Check out more trans history on Gendered Intelligence’s ‘Trans History’ tag.

Trans History for LGBT History Month - Althea Garrison (1940 - Present)


Althea Garrison is an American politician, woman of trans history, and the first trans person to be elected to state legislature.

Garrison was born in 1940 in Georgia, attending high school there before moving to Boston to go to beauty school. She went on to enrol in a number of Universities, receiving her associated, bachelors and masters degrees, and finally a certificate in special studies in administration and management from Harvard in 1984.

She ran at least 9 unsuccessful campaigns for office before 1992, when she had her first and only success. She ran as a Republican candidate for the Massachusetts House of Representatives, and defeated the Democratic candidate, Irene Roman, 2,451 votes to 2,014.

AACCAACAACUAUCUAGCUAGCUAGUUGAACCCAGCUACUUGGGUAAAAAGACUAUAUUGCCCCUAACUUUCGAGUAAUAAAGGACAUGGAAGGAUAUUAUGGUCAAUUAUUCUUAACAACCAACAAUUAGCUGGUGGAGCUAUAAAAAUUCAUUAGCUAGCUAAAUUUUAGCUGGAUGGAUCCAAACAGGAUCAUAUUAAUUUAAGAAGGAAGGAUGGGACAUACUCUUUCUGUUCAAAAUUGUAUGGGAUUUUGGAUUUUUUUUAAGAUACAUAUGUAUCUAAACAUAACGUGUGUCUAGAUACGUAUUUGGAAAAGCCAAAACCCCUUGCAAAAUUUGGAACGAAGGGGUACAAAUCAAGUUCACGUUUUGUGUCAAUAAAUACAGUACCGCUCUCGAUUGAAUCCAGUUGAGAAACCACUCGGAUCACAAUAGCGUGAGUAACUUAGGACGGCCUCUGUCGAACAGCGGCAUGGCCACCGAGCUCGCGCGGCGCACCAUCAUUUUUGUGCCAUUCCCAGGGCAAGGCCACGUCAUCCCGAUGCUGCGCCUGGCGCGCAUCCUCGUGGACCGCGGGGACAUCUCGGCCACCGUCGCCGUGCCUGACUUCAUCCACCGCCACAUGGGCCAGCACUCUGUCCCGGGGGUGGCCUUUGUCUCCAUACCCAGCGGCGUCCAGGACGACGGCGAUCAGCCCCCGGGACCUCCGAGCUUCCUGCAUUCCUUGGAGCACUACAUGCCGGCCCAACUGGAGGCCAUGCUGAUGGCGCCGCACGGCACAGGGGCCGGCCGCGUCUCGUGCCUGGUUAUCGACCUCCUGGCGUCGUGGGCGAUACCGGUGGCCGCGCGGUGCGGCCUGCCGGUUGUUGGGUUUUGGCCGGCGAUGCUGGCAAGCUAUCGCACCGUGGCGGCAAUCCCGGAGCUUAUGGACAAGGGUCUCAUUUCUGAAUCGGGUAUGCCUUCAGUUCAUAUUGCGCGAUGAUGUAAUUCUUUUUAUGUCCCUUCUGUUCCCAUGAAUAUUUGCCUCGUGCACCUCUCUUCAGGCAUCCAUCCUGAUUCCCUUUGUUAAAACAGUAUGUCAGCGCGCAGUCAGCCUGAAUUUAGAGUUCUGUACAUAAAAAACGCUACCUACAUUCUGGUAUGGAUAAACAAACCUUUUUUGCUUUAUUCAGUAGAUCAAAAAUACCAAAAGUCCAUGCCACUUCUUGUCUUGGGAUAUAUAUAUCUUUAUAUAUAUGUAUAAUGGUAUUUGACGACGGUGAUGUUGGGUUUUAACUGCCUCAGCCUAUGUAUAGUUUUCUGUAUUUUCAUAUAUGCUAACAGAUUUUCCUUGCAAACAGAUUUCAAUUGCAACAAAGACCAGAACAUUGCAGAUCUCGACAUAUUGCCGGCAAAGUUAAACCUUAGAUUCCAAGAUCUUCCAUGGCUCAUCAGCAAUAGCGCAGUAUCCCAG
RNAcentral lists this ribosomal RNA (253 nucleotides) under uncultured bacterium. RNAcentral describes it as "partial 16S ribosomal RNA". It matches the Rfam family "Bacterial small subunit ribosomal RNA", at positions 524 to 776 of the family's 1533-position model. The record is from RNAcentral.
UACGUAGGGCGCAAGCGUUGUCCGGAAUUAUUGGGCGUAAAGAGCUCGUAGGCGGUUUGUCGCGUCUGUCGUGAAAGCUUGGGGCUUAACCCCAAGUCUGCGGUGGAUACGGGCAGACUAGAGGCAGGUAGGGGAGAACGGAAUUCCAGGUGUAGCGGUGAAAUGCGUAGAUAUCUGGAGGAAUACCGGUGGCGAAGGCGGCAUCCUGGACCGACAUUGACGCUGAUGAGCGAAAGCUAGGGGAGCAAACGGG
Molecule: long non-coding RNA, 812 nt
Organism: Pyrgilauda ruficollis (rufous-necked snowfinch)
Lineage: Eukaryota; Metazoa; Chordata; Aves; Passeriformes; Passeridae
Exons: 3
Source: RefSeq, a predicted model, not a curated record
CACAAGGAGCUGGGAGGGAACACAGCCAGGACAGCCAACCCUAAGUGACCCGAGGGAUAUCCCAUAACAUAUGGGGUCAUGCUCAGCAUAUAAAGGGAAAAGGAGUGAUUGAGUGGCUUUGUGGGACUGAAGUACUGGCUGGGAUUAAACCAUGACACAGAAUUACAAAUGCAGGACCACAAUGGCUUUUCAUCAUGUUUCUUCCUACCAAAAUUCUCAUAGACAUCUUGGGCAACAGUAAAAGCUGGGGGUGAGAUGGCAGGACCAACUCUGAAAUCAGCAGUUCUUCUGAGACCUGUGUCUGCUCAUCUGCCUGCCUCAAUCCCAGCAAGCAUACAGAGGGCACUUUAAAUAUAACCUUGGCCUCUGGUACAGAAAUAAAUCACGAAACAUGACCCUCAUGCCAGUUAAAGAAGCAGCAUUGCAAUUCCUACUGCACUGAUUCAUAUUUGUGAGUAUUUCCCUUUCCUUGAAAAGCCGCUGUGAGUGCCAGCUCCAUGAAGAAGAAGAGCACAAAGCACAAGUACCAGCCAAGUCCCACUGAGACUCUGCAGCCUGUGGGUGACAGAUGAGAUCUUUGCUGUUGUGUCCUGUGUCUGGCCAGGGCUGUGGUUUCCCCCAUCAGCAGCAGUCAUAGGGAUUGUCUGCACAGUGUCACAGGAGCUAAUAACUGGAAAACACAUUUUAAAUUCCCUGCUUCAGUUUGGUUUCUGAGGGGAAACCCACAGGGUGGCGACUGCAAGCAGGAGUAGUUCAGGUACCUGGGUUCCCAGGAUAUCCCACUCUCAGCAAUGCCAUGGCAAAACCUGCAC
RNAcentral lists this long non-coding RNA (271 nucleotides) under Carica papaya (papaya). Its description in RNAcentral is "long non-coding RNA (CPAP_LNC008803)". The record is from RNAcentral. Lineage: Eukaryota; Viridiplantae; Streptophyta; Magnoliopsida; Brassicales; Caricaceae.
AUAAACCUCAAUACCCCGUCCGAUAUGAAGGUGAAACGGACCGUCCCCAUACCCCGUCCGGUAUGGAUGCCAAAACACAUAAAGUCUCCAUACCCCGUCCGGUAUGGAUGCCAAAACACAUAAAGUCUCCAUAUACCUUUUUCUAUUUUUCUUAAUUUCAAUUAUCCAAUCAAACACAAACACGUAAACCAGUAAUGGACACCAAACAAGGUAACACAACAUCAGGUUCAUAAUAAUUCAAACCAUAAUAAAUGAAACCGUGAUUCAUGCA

Garrison was only able to enjoy her victory for two days, before she was outed very publicly. Her previous male name was revealed after her name change document from 1976 was discovered. The author of the smear article was Eric Fehrnstrom, the communications director for the Mitt Romney presidential campaign.

The outing had a negative affect on her career, making her the butt of many political jokes. No one in the Massachusetts State House, including Garrison, would publicly confront the smear. 

Despite the obvious ignorance in regards to her trans history, she still impressed her colleagues. "She’s a transvestite or transsexual black woman, with an Adam’s Apple, who’s a Republican, who you run into in the members’ ladies’ room," recalls one former colleague. "That being said, when you get past all those obvious things, I always found her to be very pleasant and very kind."